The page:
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Greenwashing, activism and internal probes: Will ESG fuel an increase in corporate internal investigations?

Regulators, employees, investors, the media, and the public are increasingly scrutinising companies over their environmental, social, and governance claims and obligations (ESG). That scrutiny may lead to an increase in independent investigations. Frankie Everitt, a Senior Associate at international law firm Fieldfisher shares her thoughts with Business Leader on the issue.

With a growing emphasis placed on the environmental, social and governance (ESG) performance of companies, boards are becoming more aware of the need to adapt their businesses, their products and their purpose.

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Driven by an increasing demand from ‘conscious consumers’ for sustainable goods and services, coupled with regulatory changes, investor pressure, employee activism and government targets to meet net zero carbon emissions, many businesses are focussing on sustainability and governance as strategic priorities.

However, governments, regulators, the media and the public are increasingly concerned that companies are hiding behind misleading claims of sustainable products and services.

Recent examples include:

  • The UK government launching an investigation into deals branded “green” or 100 per cent renewable amid concerns that energy suppliers are misleading consumers.
  • The asset management arm of a major European bank launching an internal investigation into allegations of greenwashing in its ESG investment funds. In whistle-blower reports from the firm’s global head of sustainability, it is alleged that misleading statements made in the bank’s 2020 annual report claimed that more than half of its assets were invested using ESG criteria.
  • The UK’s Financial Conduct Authority issuing a letter to alternative fund managers warning that a number of applications for authorisation of investment funds with an ESG or sustainability focus have been poorly drafted and have fallen below expectations, even containing claims that do not bear scrutiny.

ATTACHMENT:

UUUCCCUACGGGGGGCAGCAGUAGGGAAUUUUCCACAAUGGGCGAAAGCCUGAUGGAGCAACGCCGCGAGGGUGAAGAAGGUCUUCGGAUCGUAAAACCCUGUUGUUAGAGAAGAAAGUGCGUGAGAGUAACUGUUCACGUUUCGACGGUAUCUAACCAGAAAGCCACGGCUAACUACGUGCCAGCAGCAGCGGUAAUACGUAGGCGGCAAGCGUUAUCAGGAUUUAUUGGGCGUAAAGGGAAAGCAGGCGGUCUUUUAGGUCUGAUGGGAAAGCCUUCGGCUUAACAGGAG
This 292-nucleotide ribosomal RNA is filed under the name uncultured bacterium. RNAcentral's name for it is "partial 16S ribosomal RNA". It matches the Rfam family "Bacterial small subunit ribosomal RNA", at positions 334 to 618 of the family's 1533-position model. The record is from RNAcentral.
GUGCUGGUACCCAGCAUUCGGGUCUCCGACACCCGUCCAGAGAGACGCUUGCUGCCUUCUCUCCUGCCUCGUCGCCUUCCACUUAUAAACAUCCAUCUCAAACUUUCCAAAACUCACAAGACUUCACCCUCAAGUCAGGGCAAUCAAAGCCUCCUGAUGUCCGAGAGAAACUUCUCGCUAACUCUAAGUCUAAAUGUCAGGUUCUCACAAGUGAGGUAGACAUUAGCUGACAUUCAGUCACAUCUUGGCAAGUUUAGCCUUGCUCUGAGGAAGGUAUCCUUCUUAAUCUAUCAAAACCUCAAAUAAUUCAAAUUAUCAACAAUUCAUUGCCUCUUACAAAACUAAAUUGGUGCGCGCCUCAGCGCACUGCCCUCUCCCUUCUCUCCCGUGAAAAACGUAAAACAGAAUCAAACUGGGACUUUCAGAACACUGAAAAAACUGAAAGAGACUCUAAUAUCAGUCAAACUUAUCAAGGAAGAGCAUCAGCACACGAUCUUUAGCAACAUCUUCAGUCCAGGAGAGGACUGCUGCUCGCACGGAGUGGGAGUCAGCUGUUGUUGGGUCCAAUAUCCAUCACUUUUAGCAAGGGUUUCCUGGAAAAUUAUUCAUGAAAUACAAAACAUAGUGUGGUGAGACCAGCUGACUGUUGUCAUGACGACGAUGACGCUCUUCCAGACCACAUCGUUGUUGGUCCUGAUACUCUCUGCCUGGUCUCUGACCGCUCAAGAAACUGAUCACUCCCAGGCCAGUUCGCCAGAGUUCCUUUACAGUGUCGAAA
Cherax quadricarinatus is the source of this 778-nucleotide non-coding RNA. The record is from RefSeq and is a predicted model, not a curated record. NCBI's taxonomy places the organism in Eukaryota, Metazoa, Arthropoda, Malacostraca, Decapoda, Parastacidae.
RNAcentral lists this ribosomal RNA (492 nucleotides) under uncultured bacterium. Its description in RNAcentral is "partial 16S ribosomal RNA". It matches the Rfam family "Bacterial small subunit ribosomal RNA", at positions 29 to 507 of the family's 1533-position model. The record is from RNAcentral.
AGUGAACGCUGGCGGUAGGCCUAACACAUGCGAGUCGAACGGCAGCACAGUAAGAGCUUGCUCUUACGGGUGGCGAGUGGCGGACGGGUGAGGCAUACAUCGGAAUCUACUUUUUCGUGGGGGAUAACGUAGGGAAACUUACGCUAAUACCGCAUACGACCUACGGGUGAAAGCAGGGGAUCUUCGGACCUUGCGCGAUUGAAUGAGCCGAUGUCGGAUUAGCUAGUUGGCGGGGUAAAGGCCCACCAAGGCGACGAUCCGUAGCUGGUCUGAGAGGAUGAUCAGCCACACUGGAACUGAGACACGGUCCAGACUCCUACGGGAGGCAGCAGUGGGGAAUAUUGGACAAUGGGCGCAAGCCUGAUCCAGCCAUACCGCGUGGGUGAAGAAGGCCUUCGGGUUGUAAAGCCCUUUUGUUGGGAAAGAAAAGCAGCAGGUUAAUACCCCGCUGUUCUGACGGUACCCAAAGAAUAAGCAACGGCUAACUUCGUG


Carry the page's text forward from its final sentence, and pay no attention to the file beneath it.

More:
• A fast fashion retailer continuing to face pressure in relation to its supply chain working conditions. There have been fresh allegations of exploitative labour practices at one of its approved factories in Leicester, despite it taking steps to overhaul its supply chain, ending contracts with hundreds of manufacturers and banning the use of subcontractors.

Companies already face the prospect of regulators and other enforcement bodies in their sector initiating investigations and enforcement action across a wide variety of areas within the business.

The catalyst for an investigation can come from health and safety concerns, employment, financial, competition, cyber, consumer, public policy, immigration, regulatory, risk and compliance, trade and sanctions, tax and other areas.

ESG claims and obligations are adding to that accountability and increasingly, employees are prepared to blow the whistle about potential issues within their company, which may lead to investigations.

With governments and regulators tightening legislation and regulation around ESG, the burden of companies performing and reporting on ESG obligations is growing and common metrics and standardised reporting will no doubt be required as those reporting demands increase.

Where such issues arise, companies – and public bodies – will increasingly need to conduct independent and internal investigations into ESG concerns, to prove to shareholders, the media, politicians, and the public that they take these issues seriously.

It will also be vital that organisations develop systems to prevent claims about ESG products and services leading to regulatory action or litigation.

ESG-related investigations and compliance is a nascent area, but one that we predict will increase as governments clamp down on misleading claims.

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